From the pen of YA author Patrick Ness, and the current Doctor Who production team, BBC Three’s Class feels like a far more confident programme than either of its Whonivese spin-off forebears.
Set at the Coal Hill School, the parent show’s earthbound launch pad and latterly Clara Oswald’s place of work, it centres on a group of Sixth Formers and their intense physics teacher Miss Quill (Coronation Street star Katherine Kelly, also appearing this week in ITV’s HIM).
The group are for the most part outsiders; April (Sophie Hopkins), at the heart of the first episode, is a kind but lonely figure while the bright, smart-talking Tanya (Vivian Oparah) is socially misplaced by premature advancement to the Sixth Form.
For the boys, Charlie (Greg Austin, Mr Selfridge) struggles as a fish out of water – Googling cultural references in lessons – while the popular, cocky Ram (Fady Elsayed, Brotherhood) presents as a footballer full of teenage swagger.
The first episode, ‘For Tonight We Might Die’, is funny and frenetic, introducing both the series setup and the main players at breakneck speed. We delve into their lives against the backdrop of an alien assault, on the night of the autumn prom, and the consequences are brutal.
Appearing in a (one-off?) guest role, the Doctor is used sparingly, but when he does arrive Peter Capaldi is on sparkling form, reminding us what we have been without during these barren, Doctor-less months between Christmas specials.
At a slightly slower pace, ‘The Coach with the Dragon Tattoo’ deals with the consequences of the traumatic opener, and its life-changing ramifications, as the friends come together to face off against a further alien incursion. While less hectic, it is remarkably gory and thoroughly deserving of the show’s “not suitable for kids” tag, if not quite pushing it as far as Torchwood did on occasion.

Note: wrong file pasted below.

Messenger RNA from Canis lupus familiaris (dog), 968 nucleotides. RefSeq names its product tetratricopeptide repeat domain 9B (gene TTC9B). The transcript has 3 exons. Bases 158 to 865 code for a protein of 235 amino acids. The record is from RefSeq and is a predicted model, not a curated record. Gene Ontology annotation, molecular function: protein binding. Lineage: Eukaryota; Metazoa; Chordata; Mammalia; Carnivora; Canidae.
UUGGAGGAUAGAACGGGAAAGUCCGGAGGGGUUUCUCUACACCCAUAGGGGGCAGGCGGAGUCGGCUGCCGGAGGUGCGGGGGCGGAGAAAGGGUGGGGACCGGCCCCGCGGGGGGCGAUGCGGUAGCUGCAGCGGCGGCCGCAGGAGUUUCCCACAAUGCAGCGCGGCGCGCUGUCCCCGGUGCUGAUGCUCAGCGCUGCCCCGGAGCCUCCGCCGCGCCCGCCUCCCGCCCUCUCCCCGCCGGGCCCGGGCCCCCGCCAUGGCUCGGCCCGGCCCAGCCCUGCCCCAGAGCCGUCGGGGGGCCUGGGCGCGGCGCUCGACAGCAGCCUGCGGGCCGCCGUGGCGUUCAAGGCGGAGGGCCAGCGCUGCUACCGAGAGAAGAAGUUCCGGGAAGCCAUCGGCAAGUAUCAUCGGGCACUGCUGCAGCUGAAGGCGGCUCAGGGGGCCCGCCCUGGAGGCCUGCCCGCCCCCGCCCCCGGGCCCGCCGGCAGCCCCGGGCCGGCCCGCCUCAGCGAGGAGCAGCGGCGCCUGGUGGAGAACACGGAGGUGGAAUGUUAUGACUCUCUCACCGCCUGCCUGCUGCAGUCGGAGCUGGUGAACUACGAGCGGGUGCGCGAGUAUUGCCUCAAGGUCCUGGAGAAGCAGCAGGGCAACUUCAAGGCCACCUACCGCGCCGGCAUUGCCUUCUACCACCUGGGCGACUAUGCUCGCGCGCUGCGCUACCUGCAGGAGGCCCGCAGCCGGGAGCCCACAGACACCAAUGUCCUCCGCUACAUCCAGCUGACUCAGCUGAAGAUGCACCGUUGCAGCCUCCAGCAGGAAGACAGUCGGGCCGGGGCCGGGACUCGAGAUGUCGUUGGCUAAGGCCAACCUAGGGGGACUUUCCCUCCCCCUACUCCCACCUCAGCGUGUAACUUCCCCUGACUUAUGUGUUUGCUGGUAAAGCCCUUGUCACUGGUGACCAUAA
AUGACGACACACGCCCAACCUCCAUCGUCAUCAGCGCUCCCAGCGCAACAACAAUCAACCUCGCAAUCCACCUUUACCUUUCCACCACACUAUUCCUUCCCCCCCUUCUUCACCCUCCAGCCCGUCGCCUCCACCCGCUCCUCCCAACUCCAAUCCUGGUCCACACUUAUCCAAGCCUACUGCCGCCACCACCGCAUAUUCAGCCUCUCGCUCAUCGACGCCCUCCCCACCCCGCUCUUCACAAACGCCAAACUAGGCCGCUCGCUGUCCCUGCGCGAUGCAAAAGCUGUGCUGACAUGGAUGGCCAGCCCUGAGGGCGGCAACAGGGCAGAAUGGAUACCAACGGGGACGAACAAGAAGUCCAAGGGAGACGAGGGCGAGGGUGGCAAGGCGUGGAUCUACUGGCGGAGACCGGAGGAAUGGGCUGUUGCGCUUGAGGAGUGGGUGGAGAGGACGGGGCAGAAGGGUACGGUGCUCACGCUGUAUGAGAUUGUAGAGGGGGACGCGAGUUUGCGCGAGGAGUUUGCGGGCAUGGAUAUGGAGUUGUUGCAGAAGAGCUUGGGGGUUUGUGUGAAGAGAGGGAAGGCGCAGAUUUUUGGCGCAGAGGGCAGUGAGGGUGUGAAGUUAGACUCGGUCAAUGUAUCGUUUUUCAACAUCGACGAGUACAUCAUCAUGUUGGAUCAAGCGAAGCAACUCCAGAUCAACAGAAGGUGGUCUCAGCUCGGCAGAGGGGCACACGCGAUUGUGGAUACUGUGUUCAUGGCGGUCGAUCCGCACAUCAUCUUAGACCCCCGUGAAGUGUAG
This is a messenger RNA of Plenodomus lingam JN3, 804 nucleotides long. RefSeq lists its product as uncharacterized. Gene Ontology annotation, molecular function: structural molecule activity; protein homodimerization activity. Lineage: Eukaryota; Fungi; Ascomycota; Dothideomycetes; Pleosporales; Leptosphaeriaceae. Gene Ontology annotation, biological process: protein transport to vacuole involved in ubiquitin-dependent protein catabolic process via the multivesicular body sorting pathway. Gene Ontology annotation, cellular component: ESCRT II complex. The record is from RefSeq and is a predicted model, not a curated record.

With a few pleasing visual references sprinkled around, Coal Hill has been granted an extensive remodel during its recent upgrade to Academy status, and for the most part, the action takes place in an ever-adaptable corridor set (well, this is the Doctor Who universe), Miss Quill’s classroom and the school hall, as well as outside the building and on the sports field.
Ed Bazalgette (who helmed Doctor Who’s ‘The Girl Who Died’ and ‘The Woman Who Lived’) directs the first pair of episodes and brings Ness’s scripts to life with economy, as well as using some smart editing. Sherlock-style on-screen graphics and split-screen are employed too, highly appropriate as these are young people who spend an ungodly amount of time on both Skype and Facetime.
While rather obvious, the Buffy comparison is a strong one; by the end of Episode 2 we have tasted both a recurring threat and been granted a mystery to follow. Class looks set to occupy itself heavily with its characters’ emotional lives too, each coming with some complex baggage (as do we all).
There’s ample comedy to match the drama though, and if April is the heart of the show the Tanya looks set to be the soul with a down to earth attitude and an ability to bag a lot of the best lines.
As Doctor Who and genre fans, despite being well past our teenage years, we can see there is plenty to love at the new Coal Hill Academy.
It is early days, but Class comes across as fast, funny and at times a touch frightening – we hope that proves to be a winning combination.
Available from 10am on Saturday 22 October 2016 on BBC iPlayer.
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